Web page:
8. A somewhat related matter. I can tune out, to a certain extent, the talking of others in shul. I really take exception to it, though, if my 6 year old is there. Adults should know that they’re responsible for the chinuk of everyone’s kids when they’re in shul.

  9. I’ll also add that kids often cause considerable physical damage to shul buildings. One wonders what they are allowed to do at home.

  10. Bob, I don’t see that it’s a shul’s responsibility to be a day-camp. Parents should not take children to shul if they are running around creating a disturbance, or if safety is compromised.

    I think a parent should determine when their child is old enough to go on occasion, and the child should be sitting right next to the parent. Shacharis should be last; a shorter tefilah like Mincha is appropriate for the younger child. The infrequent occasion can progress to more frequent shul visits. When a child begs to go to shul, and sees it as a privilege to sit near daddy, misbehavior is rare, and “forcing” never comes into play.

    A shul is for tefila, not a day-camp, and the responsibility belongs to the parent. Those shuls that offer activities and structure for children are doing an incredible chessed that should not be seen as a normal, to-be-expected component of a shul’s activities.

  11. Watch out though for shuls that do not structure the activities of children who come on Shabbos. If neither the shul nor the parents are minding the kids, the kids find parts of the shul to play in and are not exposed to the service. The shul is not supposed to be a play area for unsupervised kids yelling and running wild.

  12. “being dragged off to shul, forced to stand for long prayer periods at school and camp without having a clue as to what you are doing is “vaccination” enough for anyone.”

    Not an optimal situation, true. Suggestion- make davening exciting for your child, don’t let them go to shul too early and hold them back when they wish to, doling it out slowly- they should feel that going to shul is a privilege. Once the child is older and going regularly, try to have dad or another family member/friend walk with the child to and fro (or drive), so it is always seen as an opportunity for good conversation- they will look forward to private time, and make wonderful and positive associations with the tefila time.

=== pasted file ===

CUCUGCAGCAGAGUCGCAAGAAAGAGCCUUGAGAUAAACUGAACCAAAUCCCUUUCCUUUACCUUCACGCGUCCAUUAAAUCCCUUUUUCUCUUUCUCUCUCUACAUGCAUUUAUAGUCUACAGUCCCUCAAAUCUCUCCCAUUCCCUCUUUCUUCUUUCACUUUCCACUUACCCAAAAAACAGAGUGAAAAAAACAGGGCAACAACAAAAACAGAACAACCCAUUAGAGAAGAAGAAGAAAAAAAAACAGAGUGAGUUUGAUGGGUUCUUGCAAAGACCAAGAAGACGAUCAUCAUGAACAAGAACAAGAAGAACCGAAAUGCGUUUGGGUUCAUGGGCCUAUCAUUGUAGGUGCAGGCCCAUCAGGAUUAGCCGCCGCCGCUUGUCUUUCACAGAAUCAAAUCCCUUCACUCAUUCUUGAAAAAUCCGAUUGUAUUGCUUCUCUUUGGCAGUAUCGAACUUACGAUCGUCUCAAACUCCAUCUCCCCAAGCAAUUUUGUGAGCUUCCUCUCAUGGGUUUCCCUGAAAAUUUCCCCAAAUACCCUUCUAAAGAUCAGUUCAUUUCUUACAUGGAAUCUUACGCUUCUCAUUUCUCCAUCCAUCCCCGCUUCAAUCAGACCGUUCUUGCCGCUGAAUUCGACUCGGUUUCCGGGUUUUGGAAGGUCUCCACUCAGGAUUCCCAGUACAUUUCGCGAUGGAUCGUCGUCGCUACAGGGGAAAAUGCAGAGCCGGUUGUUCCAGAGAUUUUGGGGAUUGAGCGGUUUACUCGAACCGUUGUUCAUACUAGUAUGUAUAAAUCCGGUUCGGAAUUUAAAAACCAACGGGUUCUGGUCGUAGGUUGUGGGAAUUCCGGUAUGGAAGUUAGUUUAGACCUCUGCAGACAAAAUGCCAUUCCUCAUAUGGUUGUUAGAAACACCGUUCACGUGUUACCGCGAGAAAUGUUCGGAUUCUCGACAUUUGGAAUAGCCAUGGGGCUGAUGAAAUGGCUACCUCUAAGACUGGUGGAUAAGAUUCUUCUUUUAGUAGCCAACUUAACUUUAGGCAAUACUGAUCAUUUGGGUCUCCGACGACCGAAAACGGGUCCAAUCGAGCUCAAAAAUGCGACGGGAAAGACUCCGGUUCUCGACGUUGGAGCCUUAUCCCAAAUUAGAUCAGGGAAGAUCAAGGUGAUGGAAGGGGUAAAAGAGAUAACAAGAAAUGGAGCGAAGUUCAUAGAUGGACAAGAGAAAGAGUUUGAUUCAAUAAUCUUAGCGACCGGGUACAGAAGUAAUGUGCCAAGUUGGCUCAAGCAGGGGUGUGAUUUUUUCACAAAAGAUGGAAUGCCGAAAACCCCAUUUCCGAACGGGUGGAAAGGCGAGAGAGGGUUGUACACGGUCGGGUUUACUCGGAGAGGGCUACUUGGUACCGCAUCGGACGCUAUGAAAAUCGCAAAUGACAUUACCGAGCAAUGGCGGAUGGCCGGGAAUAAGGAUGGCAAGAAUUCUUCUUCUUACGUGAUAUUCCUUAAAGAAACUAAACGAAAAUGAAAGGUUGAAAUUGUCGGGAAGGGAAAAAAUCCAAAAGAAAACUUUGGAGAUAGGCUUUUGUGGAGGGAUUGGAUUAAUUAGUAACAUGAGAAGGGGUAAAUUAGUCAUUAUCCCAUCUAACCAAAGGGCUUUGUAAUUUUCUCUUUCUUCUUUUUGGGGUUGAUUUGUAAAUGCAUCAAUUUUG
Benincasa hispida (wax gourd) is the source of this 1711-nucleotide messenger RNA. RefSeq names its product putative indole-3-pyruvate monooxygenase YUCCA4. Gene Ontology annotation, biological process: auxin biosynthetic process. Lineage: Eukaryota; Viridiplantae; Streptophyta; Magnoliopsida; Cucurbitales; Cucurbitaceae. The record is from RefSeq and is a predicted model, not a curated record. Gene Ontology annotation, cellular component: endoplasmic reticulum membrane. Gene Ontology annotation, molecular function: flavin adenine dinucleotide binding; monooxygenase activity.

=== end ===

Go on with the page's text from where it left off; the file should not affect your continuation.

Many schools generate a lot of excitement in the earlier elementary years when the children are “allowed” to say another tefila in shacharis- there is a slow buildup to full Tefilah that is very exciting for the children. Then, they get a lot of positive feedback for the davening.

    Children don’t have to be dragged, forced, etc. I know many children who are not “vaccinated against tefilah”, fortunately.

  13. Nice post Azriella. Have you considered davening for chizuk in davening? Sometimes I get so caught up in the “should-be” of davening that I forget we can ask Hashem for help in every area of conflict, even in finding meaning in davening!!!

  14. In the year 2000, Rabbi Abraham J. Twerski MD published a book titled Wisdom Each Day.

    In this book, in the reading for Shevat 22, on page 142, Rabbi Twerski teaches:

    “ALL halachic authorities state that children who are too young to be able to sit quietly in shul, should NOT be brought to shul.”

    The primary purpose of prohibiting young children from attending in shul is to prevent them from disturbing the adults.

    This prohibition has the additional benefit of preventing young children from becoming vaccinated against prayer.

    Mishnah Berurah on Orach Chaim, Siman 124, Sif 7, Sif Katan 28:

    THE LITTLE ONES. It is necessary to train them to stand in awe and fear [in the synagogue]. And especially the little ones, who run around the synagogue and play, it is better to NOT bring them, because habit becomes nature, and they will disturb the congregation in their prayer.

  15. It’s certainly true that personal, heartfelt prayer is important, fixed prayer is also important. If “not having a clue as to what you are doing” is an issue, and it certainly seems to be a large problem, the solution would be to learn the translation of the prayers and their commentaries and explanations. Fixed prayer is also often a framework for personal prayer.

  16. Don’t you think FFB’s are also vaccinated against prayer. Being dragged off to shul, forced to stand for long prayer periods at school and camp without having a clue as to what you are doing is “vaccination” enough for anyone. True prayer is intuitive, like Davids was and it doesn’t require a siddur a shul or any outside props though those can certainly be useful additions.
    For a wonderful description of that true moment of connection, I’d recommend reading David Shef’s Beautiful Boy where he a self proclaimed atheist reaches out in the most visceral way possible to G-d–and he’s answered.